Fracking failure: Now you see it, now you don’t

2514 fracking deformation 1 OKBy ERWIN CHLANDA


Lock the Gate is asking questions about the fracking inquiry, nearing its end, Origin Energy and the Territory Government, over a gas fracking well “deformation”.


The well is in the NT’s Beetaloo Basin, the prime test ground for the controversial mining method.


It is still not clear what its possible consequences are, but well casings have been repeatedly described during the inquiry as the crucial part which keeps toxic chemicals forced underground away from the water table vital to the region’s survival.


Ms Hogan presents this time line:–


February 2017: Origin Energy presents a report to the NT Department of Primary Industries and Resources. This report clearly shows a well casing deformation (right).


April 2017: Origin provides the NT Fracking Inquiry with a diagram that does not refer to the well casing problem (below).


28 April 2017: Inquiry head Justice Rachel Pepper writes to Origin requesting more information.


25 May 2017: Origin writes back, referring to their February report to the department, showing well casing deformation.


December 2017: Judge Pepper releases the inquiry’s “draft final report” which contains the report omitting the well casing deformation, and which has the NT Government logo on the page showing a well diagram.


2514 fracking deformation 3 OKSays Ms Hogan: “Origin have mislead the inquiry with this cover up of a well casing deformation in their much celebrated Amungee frack well in the Beetaloo.


“What’s most disconcerting is the fact that the NT Government and the fracking inquiry both had versions of the diagram clearly showing the casing deformation, and yet used the version that covered up the casing deformation in the NT Fracking Inquiry draft Final Report.”


We have asked the government: What are the possible consequences of the deformation with respect to safety, ill health, pollution and contamination?


Has the government sought to mislead the inquiry?


We will report any replies received.


UPDATE 5:15pm


The Department of Primary Industry and Resources (DPIR) provided a statement that it has not mislead the fracking inquiry.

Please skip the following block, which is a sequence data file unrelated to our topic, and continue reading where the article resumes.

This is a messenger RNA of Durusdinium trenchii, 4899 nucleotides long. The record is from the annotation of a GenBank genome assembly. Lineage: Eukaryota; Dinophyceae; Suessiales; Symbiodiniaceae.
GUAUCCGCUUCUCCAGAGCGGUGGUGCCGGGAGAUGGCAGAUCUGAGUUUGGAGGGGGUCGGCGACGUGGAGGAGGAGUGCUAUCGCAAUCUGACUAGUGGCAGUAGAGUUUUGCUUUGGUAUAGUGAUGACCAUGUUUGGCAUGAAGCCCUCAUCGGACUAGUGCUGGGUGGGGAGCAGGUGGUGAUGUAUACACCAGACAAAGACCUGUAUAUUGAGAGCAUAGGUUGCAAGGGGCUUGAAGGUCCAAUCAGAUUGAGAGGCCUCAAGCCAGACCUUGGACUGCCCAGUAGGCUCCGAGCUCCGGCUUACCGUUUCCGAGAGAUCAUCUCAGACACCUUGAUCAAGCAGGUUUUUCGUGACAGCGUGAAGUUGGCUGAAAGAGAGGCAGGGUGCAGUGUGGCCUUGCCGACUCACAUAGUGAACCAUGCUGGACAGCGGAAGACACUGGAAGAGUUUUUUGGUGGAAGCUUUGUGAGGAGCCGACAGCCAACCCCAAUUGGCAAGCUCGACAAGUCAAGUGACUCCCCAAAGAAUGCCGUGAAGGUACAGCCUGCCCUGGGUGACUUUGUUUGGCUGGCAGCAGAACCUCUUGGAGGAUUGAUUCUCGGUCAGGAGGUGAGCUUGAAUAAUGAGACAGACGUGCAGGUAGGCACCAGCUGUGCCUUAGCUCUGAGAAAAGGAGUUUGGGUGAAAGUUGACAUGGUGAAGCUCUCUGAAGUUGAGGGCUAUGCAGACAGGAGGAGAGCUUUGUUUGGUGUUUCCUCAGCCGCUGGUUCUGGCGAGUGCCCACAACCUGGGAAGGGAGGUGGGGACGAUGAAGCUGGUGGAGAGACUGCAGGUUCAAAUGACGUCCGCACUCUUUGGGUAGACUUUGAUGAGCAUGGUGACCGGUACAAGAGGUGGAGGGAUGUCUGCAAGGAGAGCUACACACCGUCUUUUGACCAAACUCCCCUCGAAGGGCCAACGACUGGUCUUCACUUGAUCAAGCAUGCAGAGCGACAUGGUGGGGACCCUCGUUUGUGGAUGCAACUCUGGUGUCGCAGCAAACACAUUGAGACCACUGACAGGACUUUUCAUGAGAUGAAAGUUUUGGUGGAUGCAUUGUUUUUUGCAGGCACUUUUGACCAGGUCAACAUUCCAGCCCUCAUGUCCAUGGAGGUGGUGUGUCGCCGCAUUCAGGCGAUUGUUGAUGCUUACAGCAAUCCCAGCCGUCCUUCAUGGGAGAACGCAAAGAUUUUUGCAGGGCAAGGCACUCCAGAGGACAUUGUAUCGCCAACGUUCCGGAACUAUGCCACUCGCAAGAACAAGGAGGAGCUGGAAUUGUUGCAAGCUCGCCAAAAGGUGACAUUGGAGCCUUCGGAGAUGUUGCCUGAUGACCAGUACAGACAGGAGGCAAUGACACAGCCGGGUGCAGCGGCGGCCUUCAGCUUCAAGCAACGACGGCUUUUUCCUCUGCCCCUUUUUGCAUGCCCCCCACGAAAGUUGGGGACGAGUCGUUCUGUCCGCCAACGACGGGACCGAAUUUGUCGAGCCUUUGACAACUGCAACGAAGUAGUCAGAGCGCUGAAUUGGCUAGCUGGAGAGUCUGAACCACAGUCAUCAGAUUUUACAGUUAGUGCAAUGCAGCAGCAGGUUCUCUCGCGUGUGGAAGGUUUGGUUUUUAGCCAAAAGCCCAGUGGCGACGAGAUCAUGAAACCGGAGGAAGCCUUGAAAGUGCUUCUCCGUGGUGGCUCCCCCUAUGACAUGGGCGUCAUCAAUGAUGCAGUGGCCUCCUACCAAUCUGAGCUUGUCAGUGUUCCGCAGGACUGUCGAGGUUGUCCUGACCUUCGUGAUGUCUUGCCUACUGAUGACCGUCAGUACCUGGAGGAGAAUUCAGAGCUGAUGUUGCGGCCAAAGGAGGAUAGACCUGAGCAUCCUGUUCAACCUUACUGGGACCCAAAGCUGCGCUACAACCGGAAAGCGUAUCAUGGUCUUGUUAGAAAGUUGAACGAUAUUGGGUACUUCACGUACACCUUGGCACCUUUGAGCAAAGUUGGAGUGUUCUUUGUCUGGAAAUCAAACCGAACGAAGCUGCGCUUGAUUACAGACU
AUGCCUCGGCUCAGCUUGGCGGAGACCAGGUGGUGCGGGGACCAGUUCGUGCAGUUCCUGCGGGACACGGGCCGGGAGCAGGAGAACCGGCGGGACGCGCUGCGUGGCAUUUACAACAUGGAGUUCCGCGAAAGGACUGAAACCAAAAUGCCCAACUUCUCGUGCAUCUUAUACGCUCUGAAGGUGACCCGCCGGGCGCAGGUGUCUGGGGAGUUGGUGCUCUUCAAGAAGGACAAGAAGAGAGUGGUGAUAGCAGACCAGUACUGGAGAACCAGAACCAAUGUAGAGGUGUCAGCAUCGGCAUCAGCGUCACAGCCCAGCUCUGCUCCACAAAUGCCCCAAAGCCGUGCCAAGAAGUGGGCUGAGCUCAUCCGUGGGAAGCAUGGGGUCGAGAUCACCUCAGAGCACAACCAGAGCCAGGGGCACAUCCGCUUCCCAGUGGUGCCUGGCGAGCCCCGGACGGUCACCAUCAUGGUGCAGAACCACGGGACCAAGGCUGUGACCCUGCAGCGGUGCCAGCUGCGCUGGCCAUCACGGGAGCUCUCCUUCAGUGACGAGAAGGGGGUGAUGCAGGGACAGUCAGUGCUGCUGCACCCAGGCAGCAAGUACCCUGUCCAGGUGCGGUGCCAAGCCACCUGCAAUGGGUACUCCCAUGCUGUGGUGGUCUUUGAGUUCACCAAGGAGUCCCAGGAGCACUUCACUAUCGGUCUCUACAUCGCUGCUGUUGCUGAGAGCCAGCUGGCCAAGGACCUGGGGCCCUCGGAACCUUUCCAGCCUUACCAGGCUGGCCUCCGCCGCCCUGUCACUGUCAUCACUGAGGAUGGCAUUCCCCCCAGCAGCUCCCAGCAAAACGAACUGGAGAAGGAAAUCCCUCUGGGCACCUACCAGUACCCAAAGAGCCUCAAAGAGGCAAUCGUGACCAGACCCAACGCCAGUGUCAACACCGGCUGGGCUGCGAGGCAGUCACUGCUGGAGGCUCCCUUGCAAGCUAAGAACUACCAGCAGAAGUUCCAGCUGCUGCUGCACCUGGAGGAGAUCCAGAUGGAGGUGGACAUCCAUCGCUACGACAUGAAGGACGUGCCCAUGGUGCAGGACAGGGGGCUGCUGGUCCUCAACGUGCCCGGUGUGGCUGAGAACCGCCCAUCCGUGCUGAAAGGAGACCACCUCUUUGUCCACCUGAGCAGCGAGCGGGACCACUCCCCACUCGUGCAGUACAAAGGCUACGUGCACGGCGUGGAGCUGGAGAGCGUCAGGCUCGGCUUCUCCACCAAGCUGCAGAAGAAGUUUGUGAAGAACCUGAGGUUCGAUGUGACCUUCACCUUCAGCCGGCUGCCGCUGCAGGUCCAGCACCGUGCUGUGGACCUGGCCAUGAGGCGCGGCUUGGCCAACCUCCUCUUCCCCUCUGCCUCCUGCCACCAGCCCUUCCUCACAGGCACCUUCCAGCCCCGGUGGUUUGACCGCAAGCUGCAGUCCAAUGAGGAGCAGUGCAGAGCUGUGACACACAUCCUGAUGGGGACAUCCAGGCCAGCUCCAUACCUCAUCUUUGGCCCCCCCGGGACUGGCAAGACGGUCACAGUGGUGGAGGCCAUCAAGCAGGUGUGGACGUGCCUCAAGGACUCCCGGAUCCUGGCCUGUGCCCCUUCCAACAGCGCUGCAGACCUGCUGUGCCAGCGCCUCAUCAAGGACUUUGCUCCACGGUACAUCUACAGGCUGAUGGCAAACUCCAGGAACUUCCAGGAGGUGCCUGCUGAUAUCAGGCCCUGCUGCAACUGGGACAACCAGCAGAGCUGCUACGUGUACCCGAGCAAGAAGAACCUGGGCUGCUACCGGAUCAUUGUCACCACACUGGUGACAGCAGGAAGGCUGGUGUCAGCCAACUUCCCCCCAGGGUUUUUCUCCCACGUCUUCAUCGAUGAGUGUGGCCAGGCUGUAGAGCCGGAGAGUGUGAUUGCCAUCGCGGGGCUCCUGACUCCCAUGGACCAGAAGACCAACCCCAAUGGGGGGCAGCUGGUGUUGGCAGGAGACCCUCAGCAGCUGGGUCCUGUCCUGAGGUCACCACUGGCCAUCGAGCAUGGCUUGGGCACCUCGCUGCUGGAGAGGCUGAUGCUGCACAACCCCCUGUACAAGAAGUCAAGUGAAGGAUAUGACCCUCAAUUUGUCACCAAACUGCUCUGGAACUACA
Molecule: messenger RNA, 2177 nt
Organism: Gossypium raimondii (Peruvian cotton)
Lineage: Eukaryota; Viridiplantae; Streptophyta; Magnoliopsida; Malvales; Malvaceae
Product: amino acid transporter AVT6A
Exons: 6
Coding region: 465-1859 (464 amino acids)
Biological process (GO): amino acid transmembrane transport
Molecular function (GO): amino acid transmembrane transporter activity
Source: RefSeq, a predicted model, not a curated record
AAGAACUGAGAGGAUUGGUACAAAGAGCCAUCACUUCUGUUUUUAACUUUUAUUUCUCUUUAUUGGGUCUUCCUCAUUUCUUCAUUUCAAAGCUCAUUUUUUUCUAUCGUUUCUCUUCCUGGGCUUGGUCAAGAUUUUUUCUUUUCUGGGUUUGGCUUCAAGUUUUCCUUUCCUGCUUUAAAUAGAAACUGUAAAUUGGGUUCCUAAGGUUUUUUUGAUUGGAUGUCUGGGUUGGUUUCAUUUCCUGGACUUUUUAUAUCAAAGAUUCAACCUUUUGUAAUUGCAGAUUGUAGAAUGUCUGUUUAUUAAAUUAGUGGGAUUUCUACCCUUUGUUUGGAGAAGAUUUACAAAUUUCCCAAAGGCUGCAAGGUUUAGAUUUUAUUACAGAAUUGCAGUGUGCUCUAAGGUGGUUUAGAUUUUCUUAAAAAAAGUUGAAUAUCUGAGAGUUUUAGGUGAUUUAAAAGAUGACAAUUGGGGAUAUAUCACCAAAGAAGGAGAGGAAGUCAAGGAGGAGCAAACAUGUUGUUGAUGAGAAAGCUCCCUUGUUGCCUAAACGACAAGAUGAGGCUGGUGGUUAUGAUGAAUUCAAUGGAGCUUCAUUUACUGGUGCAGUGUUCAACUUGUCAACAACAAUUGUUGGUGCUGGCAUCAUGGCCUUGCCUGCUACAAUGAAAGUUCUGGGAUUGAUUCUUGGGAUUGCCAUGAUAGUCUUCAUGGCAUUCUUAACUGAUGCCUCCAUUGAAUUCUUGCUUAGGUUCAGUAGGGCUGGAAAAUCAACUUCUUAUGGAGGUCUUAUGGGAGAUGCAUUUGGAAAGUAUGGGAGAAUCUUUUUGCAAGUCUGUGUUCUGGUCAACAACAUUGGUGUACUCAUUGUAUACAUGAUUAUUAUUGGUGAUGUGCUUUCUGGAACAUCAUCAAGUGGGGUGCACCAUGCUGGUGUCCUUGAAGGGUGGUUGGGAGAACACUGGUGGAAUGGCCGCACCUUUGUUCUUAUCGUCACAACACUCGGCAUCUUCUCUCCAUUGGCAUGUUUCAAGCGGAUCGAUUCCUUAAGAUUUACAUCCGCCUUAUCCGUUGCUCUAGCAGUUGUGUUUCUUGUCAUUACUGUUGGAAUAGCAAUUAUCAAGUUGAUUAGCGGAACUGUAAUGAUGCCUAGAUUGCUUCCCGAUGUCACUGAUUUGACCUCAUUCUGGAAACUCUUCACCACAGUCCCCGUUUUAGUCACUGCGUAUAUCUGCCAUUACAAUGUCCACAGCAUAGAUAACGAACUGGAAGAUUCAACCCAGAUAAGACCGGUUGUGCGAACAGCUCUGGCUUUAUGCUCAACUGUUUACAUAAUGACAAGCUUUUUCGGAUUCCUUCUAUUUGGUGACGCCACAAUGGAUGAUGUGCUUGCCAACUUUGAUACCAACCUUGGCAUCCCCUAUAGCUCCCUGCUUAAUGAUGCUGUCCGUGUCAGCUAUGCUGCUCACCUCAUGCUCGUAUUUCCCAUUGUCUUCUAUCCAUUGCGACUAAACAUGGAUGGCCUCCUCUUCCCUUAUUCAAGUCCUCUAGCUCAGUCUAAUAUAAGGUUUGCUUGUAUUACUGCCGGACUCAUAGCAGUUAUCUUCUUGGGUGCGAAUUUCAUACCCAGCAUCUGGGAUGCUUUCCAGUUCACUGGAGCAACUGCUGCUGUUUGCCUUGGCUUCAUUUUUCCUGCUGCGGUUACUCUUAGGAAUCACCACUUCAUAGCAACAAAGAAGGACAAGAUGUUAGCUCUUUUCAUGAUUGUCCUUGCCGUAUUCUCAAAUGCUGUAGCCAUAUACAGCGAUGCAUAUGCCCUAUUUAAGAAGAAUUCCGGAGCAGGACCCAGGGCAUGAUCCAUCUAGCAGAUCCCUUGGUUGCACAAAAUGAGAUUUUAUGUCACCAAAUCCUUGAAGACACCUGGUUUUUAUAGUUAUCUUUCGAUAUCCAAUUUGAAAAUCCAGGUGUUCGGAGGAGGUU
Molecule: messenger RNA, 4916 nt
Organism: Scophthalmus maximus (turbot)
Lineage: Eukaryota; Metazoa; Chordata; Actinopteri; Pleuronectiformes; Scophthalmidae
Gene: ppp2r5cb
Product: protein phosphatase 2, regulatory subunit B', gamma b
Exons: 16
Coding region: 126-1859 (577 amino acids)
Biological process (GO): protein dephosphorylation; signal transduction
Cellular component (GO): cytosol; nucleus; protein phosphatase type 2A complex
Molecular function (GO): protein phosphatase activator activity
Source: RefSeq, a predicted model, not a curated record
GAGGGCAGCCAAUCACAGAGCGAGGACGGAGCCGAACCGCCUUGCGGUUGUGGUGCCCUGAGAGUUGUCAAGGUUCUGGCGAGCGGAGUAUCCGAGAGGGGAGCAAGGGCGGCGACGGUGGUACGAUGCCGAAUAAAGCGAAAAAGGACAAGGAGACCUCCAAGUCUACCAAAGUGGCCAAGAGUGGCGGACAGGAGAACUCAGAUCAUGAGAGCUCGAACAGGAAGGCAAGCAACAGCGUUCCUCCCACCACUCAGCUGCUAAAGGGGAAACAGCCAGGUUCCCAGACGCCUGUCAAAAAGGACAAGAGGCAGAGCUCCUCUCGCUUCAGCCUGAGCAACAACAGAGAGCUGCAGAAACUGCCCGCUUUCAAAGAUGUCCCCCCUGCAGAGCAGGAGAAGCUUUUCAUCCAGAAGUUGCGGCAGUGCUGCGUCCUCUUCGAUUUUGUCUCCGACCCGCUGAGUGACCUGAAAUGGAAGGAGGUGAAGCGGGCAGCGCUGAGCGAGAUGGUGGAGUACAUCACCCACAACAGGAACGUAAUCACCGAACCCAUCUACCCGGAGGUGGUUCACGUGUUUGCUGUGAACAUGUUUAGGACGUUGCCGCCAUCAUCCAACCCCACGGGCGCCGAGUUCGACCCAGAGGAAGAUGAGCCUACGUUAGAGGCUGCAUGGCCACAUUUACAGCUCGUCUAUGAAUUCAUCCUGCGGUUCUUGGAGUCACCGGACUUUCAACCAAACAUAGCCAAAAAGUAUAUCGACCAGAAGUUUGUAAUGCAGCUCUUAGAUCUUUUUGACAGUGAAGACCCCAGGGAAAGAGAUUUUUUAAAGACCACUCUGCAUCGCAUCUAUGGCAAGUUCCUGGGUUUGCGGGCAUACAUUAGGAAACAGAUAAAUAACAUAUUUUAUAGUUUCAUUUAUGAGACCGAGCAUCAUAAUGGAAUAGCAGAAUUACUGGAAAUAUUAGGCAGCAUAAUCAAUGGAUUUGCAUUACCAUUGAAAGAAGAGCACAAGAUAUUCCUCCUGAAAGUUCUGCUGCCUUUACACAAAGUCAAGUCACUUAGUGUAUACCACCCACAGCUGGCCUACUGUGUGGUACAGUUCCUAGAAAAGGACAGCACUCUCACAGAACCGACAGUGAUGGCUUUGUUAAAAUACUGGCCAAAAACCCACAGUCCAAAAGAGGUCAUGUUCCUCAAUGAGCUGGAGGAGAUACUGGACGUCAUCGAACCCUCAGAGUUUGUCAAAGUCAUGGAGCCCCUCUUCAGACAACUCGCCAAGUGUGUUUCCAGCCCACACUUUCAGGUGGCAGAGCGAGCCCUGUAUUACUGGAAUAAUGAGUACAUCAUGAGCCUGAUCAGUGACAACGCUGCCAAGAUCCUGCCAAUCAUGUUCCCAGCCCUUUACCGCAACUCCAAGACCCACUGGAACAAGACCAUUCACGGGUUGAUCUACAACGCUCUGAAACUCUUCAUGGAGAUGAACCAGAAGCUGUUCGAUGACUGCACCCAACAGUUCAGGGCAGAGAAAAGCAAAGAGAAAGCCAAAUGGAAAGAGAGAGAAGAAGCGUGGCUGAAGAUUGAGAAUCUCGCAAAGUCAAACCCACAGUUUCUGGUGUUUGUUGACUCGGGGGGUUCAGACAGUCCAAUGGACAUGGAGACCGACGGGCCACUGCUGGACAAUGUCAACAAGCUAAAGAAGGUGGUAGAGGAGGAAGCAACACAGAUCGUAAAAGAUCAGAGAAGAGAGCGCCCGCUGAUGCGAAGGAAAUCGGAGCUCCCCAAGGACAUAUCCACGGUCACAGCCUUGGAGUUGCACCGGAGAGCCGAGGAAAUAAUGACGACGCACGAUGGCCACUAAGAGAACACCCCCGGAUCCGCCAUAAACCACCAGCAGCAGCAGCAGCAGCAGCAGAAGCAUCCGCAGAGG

“The department was notified of the casing deformation in daily completion reports on 2/3 September 2016 following hydraulic fracturing stage number seven and in the Discovery evaluation report and well completion report which were shared with the inquiry panel by the company and by the Department.


“The Department has fully cooperated with the Inquiry.”



Report amended 11:19am February 14, 2018.


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6 Comments (starting with the most recent)

NB: If you want to reply to a previous comment, start your comment with this notation: @n where n is the number of the comment you want to reply to.
  1. Erwin Chlanda
    Posted February 9, 2018 at 6:16 pm

    @ Patsy Hickey: I’ve asked Origin to comment but haven’t heard from them. I will rattle their cage. All the best, Erwin.

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  2. Patsy Hickey
    Posted February 9, 2018 at 5:17 pm

    Erwin Chlanda, I would really appreciate your chasing up the answer to: What are the possible consequences of the deformation with respect to safety, ill health, pollution and contamination?

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  3. Shocked and saddened
    Posted February 8, 2018 at 5:54 am

    The Department of Primary Industry and Resources is supposed to be protecting our resources. Instead they are just another yes man in the game of give away our gas.
    We pay $1.20 per litre for something we own already and it is being given away at four cents per litre to overseas countries.
    Recommendation from the Inquiry: No more gas exports!

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  4. Peter Dixon
    Posted February 7, 2018 at 3:57 pm

    How can we believe that the NT can effectively regulate the dangers?

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  5. Surprised!
    Posted February 7, 2018 at 6:49 am

    Keep fracking and we are likely to be another Deepwell Horizon type story with the added bonus that we will FOREVER have polluted our water sources.
    So then apart from the pollies scuttling for cover, we will see a new version of the blame game, but what will be drink in between rounds?

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  6. Braedon Earley
    Posted February 6, 2018 at 9:24 pm

    Sure, anything you say, Department of Primary Industry and Resources. That’s why it wasn’t in the final draft Report.
    But of course, if you had mislead the inquiry or the panel and you could be found guilty of breaching Part 14 of the Inquiries Act NT.
    Then who would spend the 12 months in jail? I am guessing if the NT Government was suing the NT Government, you guys might either settle out of court or release a statement saying: “The Department has fully cooperated with the Inquiry.” Just a guess.

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